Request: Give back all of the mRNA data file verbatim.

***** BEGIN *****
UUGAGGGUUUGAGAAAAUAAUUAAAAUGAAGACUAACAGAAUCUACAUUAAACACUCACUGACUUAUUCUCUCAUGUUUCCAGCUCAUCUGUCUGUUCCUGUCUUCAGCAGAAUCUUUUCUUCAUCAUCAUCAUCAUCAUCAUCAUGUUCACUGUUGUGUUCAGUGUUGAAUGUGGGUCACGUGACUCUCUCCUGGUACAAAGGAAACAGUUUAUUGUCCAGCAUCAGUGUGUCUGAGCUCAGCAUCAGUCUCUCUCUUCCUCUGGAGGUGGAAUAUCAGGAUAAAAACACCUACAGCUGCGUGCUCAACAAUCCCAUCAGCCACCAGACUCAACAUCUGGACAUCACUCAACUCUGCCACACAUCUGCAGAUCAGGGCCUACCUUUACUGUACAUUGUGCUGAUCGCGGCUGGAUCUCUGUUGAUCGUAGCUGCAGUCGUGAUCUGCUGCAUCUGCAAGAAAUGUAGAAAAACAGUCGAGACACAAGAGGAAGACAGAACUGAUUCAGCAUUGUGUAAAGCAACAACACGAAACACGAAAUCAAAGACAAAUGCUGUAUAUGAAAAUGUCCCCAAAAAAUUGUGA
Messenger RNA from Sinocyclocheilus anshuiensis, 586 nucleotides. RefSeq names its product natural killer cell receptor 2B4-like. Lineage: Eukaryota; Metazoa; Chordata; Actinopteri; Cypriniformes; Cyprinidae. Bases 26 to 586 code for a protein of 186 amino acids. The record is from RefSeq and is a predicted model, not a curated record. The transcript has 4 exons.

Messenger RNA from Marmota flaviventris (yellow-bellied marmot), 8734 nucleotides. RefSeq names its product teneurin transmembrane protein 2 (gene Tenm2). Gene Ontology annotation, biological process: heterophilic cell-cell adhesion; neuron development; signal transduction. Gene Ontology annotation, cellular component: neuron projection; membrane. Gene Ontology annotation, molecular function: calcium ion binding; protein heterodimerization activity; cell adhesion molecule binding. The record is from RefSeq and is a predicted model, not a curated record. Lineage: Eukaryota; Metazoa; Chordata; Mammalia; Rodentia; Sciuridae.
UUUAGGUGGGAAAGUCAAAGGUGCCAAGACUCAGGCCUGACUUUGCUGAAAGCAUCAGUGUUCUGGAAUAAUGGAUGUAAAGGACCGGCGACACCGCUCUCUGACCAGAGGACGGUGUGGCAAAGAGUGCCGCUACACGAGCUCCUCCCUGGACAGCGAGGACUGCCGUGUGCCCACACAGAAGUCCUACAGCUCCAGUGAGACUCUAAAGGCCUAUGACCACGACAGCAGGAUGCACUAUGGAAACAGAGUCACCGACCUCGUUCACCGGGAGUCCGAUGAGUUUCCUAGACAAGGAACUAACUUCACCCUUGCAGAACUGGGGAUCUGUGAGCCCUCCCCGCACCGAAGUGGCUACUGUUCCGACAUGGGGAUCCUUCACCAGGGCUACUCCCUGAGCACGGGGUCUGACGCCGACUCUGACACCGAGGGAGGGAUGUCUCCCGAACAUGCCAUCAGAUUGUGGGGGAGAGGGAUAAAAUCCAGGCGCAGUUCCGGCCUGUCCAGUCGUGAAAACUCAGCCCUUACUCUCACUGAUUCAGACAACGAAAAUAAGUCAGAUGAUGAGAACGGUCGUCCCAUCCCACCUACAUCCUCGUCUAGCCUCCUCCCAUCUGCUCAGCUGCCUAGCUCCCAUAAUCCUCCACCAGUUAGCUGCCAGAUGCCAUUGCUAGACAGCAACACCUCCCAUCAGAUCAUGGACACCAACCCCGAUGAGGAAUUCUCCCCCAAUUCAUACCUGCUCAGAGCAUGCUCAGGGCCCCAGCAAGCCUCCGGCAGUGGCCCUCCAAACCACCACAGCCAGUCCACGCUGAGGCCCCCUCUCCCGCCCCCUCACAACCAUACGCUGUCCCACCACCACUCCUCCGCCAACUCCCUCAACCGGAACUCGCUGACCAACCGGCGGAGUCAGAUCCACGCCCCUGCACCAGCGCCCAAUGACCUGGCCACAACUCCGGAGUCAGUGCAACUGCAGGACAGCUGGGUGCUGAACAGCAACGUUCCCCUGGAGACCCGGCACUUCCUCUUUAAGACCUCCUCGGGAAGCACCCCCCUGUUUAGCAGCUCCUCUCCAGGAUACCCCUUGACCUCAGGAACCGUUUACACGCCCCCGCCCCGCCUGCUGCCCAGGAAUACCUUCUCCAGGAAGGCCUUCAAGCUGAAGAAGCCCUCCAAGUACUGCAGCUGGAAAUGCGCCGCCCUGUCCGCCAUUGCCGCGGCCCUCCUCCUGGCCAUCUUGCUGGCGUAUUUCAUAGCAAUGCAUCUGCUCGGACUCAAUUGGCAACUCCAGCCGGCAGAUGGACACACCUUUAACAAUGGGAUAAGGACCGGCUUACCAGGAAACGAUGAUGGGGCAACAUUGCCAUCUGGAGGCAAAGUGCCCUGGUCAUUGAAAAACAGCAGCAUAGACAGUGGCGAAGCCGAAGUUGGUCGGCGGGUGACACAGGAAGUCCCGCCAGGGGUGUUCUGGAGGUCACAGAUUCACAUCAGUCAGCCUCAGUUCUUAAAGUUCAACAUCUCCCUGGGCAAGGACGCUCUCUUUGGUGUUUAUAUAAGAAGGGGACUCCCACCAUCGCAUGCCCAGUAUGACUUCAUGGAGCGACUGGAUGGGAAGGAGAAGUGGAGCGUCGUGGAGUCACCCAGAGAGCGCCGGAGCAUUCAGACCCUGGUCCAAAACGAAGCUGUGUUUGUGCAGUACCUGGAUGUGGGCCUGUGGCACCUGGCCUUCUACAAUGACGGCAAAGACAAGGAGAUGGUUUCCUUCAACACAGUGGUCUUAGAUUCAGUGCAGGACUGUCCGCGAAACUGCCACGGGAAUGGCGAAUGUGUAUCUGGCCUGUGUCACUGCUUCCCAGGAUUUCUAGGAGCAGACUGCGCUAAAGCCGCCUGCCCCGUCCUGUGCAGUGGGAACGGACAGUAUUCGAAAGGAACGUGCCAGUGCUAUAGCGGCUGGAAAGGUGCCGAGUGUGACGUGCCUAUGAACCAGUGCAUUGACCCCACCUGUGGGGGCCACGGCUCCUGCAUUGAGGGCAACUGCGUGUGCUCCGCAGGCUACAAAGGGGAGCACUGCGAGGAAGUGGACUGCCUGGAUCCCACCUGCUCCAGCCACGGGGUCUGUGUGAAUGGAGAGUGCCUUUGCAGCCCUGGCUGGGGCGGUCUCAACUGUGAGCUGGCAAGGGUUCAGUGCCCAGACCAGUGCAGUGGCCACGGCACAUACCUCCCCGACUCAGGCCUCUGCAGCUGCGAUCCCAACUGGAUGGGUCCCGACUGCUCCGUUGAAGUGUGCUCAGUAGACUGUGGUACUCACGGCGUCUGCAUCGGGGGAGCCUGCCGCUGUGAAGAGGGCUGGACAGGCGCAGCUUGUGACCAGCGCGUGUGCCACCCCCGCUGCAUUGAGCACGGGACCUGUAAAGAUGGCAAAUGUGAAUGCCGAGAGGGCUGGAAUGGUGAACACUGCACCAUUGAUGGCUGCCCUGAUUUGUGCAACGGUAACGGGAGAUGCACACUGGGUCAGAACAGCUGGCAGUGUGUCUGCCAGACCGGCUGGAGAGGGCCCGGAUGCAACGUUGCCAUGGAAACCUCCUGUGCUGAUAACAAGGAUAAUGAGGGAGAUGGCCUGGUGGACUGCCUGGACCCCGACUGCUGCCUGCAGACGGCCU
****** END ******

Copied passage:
UUGAGGGUUUGAGAAAAUAAUUAAAAUGAAGACUAACAGAAUCUACAUUAAACACUCACUGACUUAUUCUCUCAUGUUUCCAGCUCAUCUGUCUGUUCCUGUCUUCAGCAGAAUCUUUUCUUCAUCAUCAUCAUCAUCAUCAUCAUGUUCACUGUUGUGUUCAGUGUUGAAUGUGGGUCACGUGACUCUCUCCUGGUACAAAGGAAACAGUUUAUUGUCCAGCAUCAGUGUGUCUGAGCUCAGCAUCAGUCUCUCUCUUCCUCUGGAGGUGGAAUAUCAGGAUAAAAACACCUACAGCUGCGUGCUCAACAAUCCCAUCAGCCACCAGACUCAACAUCUGGACAUCACUCAACUCUGCCACACAUCUGCAGAUCAGGGCCUACCUUUACUGUACAUUGUGCUGAUCGCGGCUGGAUCUCUGUUGAUCGUAGCUGCAGUCGUGAUCUGCUGCAUCUGCAAGAAAUGUAGAAAAACAGUCGAGACACAAGAGGAAGACAGAACUGAUUCAGCAUUGUGUAAAGCAACAACACGAAACACGAAAUCAAAGACAAAUGCUGUAUAUGAAAAUGUCCCCAAAAAAUUGUGA
Messenger RNA from Sinocyclocheilus anshuiensis, 586 nucleotides. RefSeq names its product natural killer cell receptor 2B4-like. Lineage: Eukaryota; Metazoa; Chordata; Actinopteri; Cypriniformes; Cyprinidae. Bases 26 to 586 code for a protein of 186 amino acids. The record is from RefSeq and is a predicted model, not a curated record. The transcript has 4 exons.

Messenger RNA from Marmota flaviventris (yellow-bellied marmot), 8734 nucleotides. RefSeq names its product teneurin transmembrane protein 2 (gene Tenm2). Gene Ontology annotation, biological process: heterophilic cell-cell adhesion; neuron development; signal transduction. Gene Ontology annotation, cellular component: neuron projection; membrane. Gene Ontology annotation, molecular function: calcium ion binding; protein heterodimerization activity; cell adhesion molecule binding. The record is from RefSeq and is a predicted model, not a curated record. Lineage: Eukaryota; Metazoa; Chordata; Mammalia; Rodentia; Sciuridae.
UUUAGGUGGGAAAGUCAAAGGUGCCAAGACUCAGGCCUGACUUUGCUGAAAGCAUCAGUGUUCUGGAAUAAUGGAUGUAAAGGACCGGCGACACCGCUCUCUGACCAGAGGACGGUGUGGCAAAGAGUGCCGCUACACGAGCUCCUCCCUGGACAGCGAGGACUGCCGUGUGCCCACACAGAAGUCCUACAGCUCCAGUGAGACUCUAAAGGCCUAUGACCACGACAGCAGGAUGCACUAUGGAAACAGAGUCACCGACCUCGUUCACCGGGAGUCCGAUGAGUUUCCUAGACAAGGAACUAACUUCACCCUUGCAGAACUGGGGAUCUGUGAGCCCUCCCCGCACCGAAGUGGCUACUGUUCCGACAUGGGGAUCCUUCACCAGGGCUACUCCCUGAGCACGGGGUCUGACGCCGACUCUGACACCGAGGGAGGGAUGUCUCCCGAACAUGCCAUCAGAUUGUGGGGGAGAGGGAUAAAAUCCAGGCGCAGUUCCGGCCUGUCCAGUCGUGAAAACUCAGCCCUUACUCUCACUGAUUCAGACAACGAAAAUAAGUCAGAUGAUGAGAACGGUCGUCCCAUCCCACCUACAUCCUCGUCUAGCCUCCUCCCAUCUGCUCAGCUGCCUAGCUCCCAUAAUCCUCCACCAGUUAGCUGCCAGAUGCCAUUGCUAGACAGCAACACCUCCCAUCAGAUCAUGGACACCAACCCCGAUGAGGAAUUCUCCCCCAAUUCAUACCUGCUCAGAGCAUGCUCAGGGCCCCAGCAAGCCUCCGGCAGUGGCCCUCCAAACCACCACAGCCAGUCCACGCUGAGGCCCCCUCUCCCGCCCCCUCACAACCAUACGCUGUCCCACCACCACUCCUCCGCCAACUCCCUCAACCGGAACUCGCUGACCAACCGGCGGAGUCAGAUCCACGCCCCUGCACCAGCGCCCAAUGACCUGGCCACAACUCCGGAGUCAGUGCAACUGCAGGACAGCUGGGUGCUGAACAGCAACGUUCCCCUGGAGACCCGGCACUUCCUCUUUAAGACCUCCUCGGGAAGCACCCCCCUGUUUAGCAGCUCCUCUCCAGGAUACCCCUUGACCUCAGGAACCGUUUACACGCCCCCGCCCCGCCUGCUGCCCAGGAAUACCUUCUCCAGGAAGGCCUUCAAGCUGAAGAAGCCCUCCAAGUACUGCAGCUGGAAAUGCGCCGCCCUGUCCGCCAUUGCCGCGGCCCUCCUCCUGGCCAUCUUGCUGGCGUAUUUCAUAGCAAUGCAUCUGCUCGGACUCAAUUGGCAACUCCAGCCGGCAGAUGGACACACCUUUAACAAUGGGAUAAGGACCGGCUUACCAGGAAACGAUGAUGGGGCAACAUUGCCAUCUGGAGGCAAAGUGCCCUGGUCAUUGAAAAACAGCAGCAUAGACAGUGGCGAAGCCGAAGUUGGUCGGCGGGUGACACAGGAAGUCCCGCCAGGGGUGUUCUGGAGGUCACAGAUUCACAUCAGUCAGCCUCAGUUCUUAAAGUUCAACAUCUCCCUGGGCAAGGACGCUCUCUUUGGUGUUUAUAUAAGAAGGGGACUCCCACCAUCGCAUGCCCAGUAUGACUUCAUGGAGCGACUGGAUGGGAAGGAGAAGUGGAGCGUCGUGGAGUCACCCAGAGAGCGCCGGAGCAUUCAGACCCUGGUCCAAAACGAAGCUGUGUUUGUGCAGUACCUGGAUGUGGGCCUGUGGCACCUGGCCUUCUACAAUGACGGCAAAGACAAGGAGAUGGUUUCCUUCAACACAGUGGUCUUAGAUUCAGUGCAGGACUGUCCGCGAAACUGCCACGGGAAUGGCGAAUGUGUAUCUGGCCUGUGUCACUGCUUCCCAGGAUUUCUAGGAGCAGACUGCGCUAAAGCCGCCUGCCCCGUCCUGUGCAGUGGGAACGGACAGUAUUCGAAAGGAACGUGCCAGUGCUAUAGCGGCUGGAAAGGUGCCGAGUGUGACGUGCCUAUGAACCAGUGCAUUGACCCCACCUGUGGGGGCCACGGCUCCUGCAUUGAGGGCAACUGCGUGUGCUCCGCAGGCUACAAAGGGGAGCACUGCGAGGAAGUGGACUGCCUGGAUCCCACCUGCUCCAGCCACGGGGUCUGUGUGAAUGGAGAGUGCCUUUGCAGCCCUGGCUGGGGCGGUCUCAACUGUGAGCUGGCAAGGGUUCAGUGCCCAGACCAGUGCAGUGGCCACGGCACAUACCUCCCCGACUCAGGCCUCUGCAGCUGCGAUCCCAACUGGAUGGGUCCCGACUGCUCCGUUGAAGUGUGCUCAGUAGACUGUGGUACUCACGGCGUCUGCAUCGGGGGAGCCUGCCGCUGUGAAGAGGGCUGGACAGGCGCAGCUUGUGACCAGCGCGUGUGCCACCCCCGCUGCAUUGAGCACGGGACCUGUAAAGAUGGCAAAUGUGAAUGCCGAGAGGGCUGGAAUGGUGAACACUGCACCAUUGAUGGCUGCCCUGAUUUGUGCAACGGUAACGGGAGAUGCACACUGGGUCAGAACAGCUGGCAGUGUGUCUGCCAGACCGGCUGGAGAGGGCCCGGAUGCAACGUUGCCAUGGAAACCUCCUGUGCUGAUAACAAGGAUAAUGAGGGAGAUGGCCUGGUGGACUGCCUGGACCCCGACUGCUGCCUGCAGACGGCCU